1   JDampings   - Damping Ratios for each retained mode (% of critical) If Nmodes>0, list Nmodes structural damping ratios for each retained mode (% of critical), or a single damping ratio to be applied to all retained modes. (last entered value will be used for all remaining modes).
             1   GuyanDampMod - Guyan damping {0=none, 1=Rayleigh Damping, 2=user specified 6x6 matrix}
  0.000, 0.010   RayleighDamp - Mass and stiffness proportional damping  coefficients (Rayleigh Damping) [only if GuyanDampMod=1]
             6   GuyanDampSize - Guyan damping matrix (6x6) [only if GuyanDampMod=2]
   0.0000e+00   0.0000e+00   0.0000e+00   0.0000e+00   0.0000e+00   0.0000e+00
   0.0000e+00   0.0000e+00   0.0000e+00   0.0000e+00   0.0000e+00   0.0000e+00
   0.0000e+00   0.0000e+00   1.4625e+06   0.0000e+00   0.0000e+00   0.0000e+00
   0.0000e+00   0.0000e+00   0.0000e+00   0.0000e+00   0.0000e+00   0.0000e+00
   0.0000e+00   0.0000e+00   0.0000e+00   0.0000e+00   0.0000e+00   0.0000e+00
   0.0000e+00   0.0000e+00   0.0000e+00   0.0000e+00   0.0000e+00   0.0000e+00

After running simulation, I got below information:

Running SubDyn.
   Fixed bottom case detected
   Performing Craig-Bampton reduction 60 DOFs -> 4 modes + 6 DOFs
   Using static improvement method for gravity and ext. loads
   SubDyn recommended dt: 0.00090 - Current dt: 0.00063 - Max frequency:   55.764
   Calculating Full System Modes for output files
   Exporting Summary file

As you can see, the recommended dt = 0.00090. So I choose 0.000625 to avoid divergency. Below is some subdyn infomation. Hope it can reflect something…

#Eigenfrequencies [Hz] for full system, with reaction constraints (+ Soil K/M + SoilDyn K0) 
Full_frequencies: # 1 x 54
  - [   6.319104E+00,   6.319104E+00,   2.676944E+01,   2.946952E+01,   2.946952E+01,   4.315620E+01,   6.096864E+01,   6.096864E+01,   8.112554E+01,   8.678901E+01,   8.678901E+01,   1.060086E+02,   1.060086E+02,   1.191718E+02,   1.191718E+02,   1.279464E+02,   1.279464E+02,   1.307861E+02,   1.334173E+02,   1.334173E+02,   1.364113E+02,   1.364113E+02,   1.379490E+02,   1.988829E+02,   2.223937E+02,   2.653209E+02,   3.206279E+02,   3.375798E+02,   3.756434E+02,   3.756434E+02,   4.128127E+02,   4.277356E+02,   4.380972E+02,   4.380972E+02,   4.813307E+02,   5.227480E+02,   5.227480E+02,   5.246536E+02,   5.442274E+02,   6.008514E+02,   6.008514E+02,   6.628179E+02,   6.628179E+02,   6.655137E+02,   7.081735E+02,   7.081735E+02,   7.391388E+02,   7.391388E+02,   7.578514E+02,   7.578514E+02,   7.759746E+02,   7.764889E+02,   7.764889E+02,   8.458174E+02,]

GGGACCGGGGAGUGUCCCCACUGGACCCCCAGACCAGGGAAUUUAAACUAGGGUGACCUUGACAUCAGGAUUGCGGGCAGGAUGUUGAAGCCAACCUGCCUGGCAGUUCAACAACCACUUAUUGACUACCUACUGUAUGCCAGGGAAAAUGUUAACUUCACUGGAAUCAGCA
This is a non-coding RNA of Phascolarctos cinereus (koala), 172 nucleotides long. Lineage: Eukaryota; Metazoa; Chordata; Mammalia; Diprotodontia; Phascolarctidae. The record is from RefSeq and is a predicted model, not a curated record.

#Frequencies of Guyan modes [Hz]
GY_frequencies: # 1 x 6
  - [   6.391218E+00,   6.391218E+00,   2.948010E+01,   4.752618E+01,   5.409784E+01,   5.409784E+01,]
#Frequencies of Craig-Bampton modes [Hz]
CB_frequencies: # 1 x 4
  - [   2.778162E+01,   2.778162E+01,   5.374285E+01,   5.576394E+01,]

Update:

In Subdyn theory, I found:

Until full-system linearization is made available, experience has shown that it is sufficient to enable all C-B modes up to 10 Hz (the natural frequencies of the C-B modes are written to the SubDyn summary file)

I do not fully understand. But for my model, the lowest frequency of C-B frequency is 27.78 Hz which is larger than 10 Hz. Does it mean there is no need to retain 4 modes? But how many modes should I retain?

Regards,
Ran

Dear @Ran.Tu,